After watching the estate evolve from a vast span of land for months, our street is now a street. If you’ve been reading out posts, you’ll have seen the development progress from around November/December last year, to see the road emerge and now with the tarmac down, we have a proper road.

Sure a road doesn’t officially become a street until the street signs go up, but given we can now drive to our block, its a big change.

It looks like the developers are building more than just the lots and associated roads with stage 10, as there’s no plenty of streets that are not even on the map.

Now for the block.

Our block is still yet to be leveled, while most in our stage are flattened and don’t look far off being able to go to titles, ours certainly has some ways to go.

Every couple of days we’re visiting the block (only a few minutes drive from where we rent) hoping to see the earth moving equipment on our block, but there’s still no movement yet. There’s certainly hints, suggestions that its not far away, but right now we still have one big question.

How will they resolve the height difference between our land and our neighbours on the side and rear of our block ? There is an incline on our block and we’re a little concerned we may need retaining walls. If we do, the question will be who’s paying for them.

In some estates nearby, the developers build retaining walls where need, I’m guessing to help the blocks sell, but given ours is already sold, I’m hoping the developers still do the same.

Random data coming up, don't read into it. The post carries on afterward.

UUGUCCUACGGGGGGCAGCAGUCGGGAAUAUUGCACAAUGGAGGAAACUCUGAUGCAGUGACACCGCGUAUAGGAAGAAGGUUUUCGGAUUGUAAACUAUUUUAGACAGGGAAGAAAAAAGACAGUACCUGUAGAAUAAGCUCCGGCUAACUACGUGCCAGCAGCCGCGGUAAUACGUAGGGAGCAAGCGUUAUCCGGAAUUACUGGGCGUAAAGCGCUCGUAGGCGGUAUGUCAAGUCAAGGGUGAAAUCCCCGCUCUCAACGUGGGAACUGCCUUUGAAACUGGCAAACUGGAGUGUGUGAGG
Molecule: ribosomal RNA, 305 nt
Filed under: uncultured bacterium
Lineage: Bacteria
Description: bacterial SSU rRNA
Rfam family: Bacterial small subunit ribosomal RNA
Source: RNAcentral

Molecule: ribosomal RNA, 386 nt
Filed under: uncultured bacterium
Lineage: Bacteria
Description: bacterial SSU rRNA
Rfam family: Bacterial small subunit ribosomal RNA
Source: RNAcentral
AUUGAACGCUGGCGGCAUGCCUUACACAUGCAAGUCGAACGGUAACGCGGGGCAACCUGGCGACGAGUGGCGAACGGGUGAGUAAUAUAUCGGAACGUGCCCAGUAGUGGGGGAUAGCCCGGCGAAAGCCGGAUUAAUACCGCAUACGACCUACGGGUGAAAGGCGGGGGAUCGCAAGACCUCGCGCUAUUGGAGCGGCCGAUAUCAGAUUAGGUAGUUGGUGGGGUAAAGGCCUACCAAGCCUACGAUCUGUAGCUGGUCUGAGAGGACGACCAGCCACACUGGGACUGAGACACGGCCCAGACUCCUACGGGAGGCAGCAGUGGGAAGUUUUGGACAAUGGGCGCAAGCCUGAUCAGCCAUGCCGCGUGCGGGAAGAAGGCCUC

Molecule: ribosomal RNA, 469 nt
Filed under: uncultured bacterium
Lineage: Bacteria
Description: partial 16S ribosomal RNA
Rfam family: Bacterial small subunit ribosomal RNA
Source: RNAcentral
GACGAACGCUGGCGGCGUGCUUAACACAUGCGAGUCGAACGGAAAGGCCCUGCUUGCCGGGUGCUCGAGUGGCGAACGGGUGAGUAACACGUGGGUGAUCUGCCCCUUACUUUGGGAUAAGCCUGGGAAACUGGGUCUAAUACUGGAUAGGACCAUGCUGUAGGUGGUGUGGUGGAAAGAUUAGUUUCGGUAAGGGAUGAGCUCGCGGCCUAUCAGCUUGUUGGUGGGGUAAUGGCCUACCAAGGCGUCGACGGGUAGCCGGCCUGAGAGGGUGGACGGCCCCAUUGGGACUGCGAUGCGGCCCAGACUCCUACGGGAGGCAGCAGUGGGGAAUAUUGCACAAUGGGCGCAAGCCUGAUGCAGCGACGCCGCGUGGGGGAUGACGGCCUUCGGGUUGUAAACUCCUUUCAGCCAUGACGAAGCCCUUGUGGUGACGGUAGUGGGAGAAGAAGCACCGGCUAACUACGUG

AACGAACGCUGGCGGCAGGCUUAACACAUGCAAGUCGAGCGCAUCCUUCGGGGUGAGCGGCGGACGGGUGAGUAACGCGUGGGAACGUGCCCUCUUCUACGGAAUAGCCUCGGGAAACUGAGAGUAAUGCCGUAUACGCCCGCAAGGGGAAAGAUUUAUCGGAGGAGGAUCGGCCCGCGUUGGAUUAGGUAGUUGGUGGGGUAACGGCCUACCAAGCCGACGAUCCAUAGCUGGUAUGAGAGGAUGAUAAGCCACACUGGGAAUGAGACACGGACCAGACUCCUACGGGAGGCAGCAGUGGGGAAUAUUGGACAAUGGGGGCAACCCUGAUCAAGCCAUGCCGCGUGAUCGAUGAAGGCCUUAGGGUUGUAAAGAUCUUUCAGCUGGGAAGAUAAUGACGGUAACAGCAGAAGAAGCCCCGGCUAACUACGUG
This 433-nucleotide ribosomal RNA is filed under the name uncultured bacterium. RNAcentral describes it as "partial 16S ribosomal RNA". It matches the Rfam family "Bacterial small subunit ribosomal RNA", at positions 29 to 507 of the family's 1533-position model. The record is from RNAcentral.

A big part of why we selected the block is that it was part of an estate that offered larger land, and at 801 sq metres, its decent compared to the typical 550-600 often sold today. The other element that drew our attention was the tag line of ‘large flat block’ which remains plastered over the website.

In my mind, ‘large flat blocks’ should never include costs pushed to the buyer for retaining walls. So you can see we’re pretty keen to see how the block is resolved.

The latest estimate of when the subdevelopment will be complete is May. Given we’re mid/late March, that seems plausible with the work outstanding.

We’ve been given a conservative estimate that by the time all the approvals from the half a dozen regulatory bodies (council, water, electricity, NBN, titles) we may be ready to commence the build sometime in September.

We’re hoping its much sooner.

The extra time allows for us to re-visit some decisions and with more time to save, we can afford a better house. Given this is our forever home, we want to make sure the choices we make are right, especially the structural ones.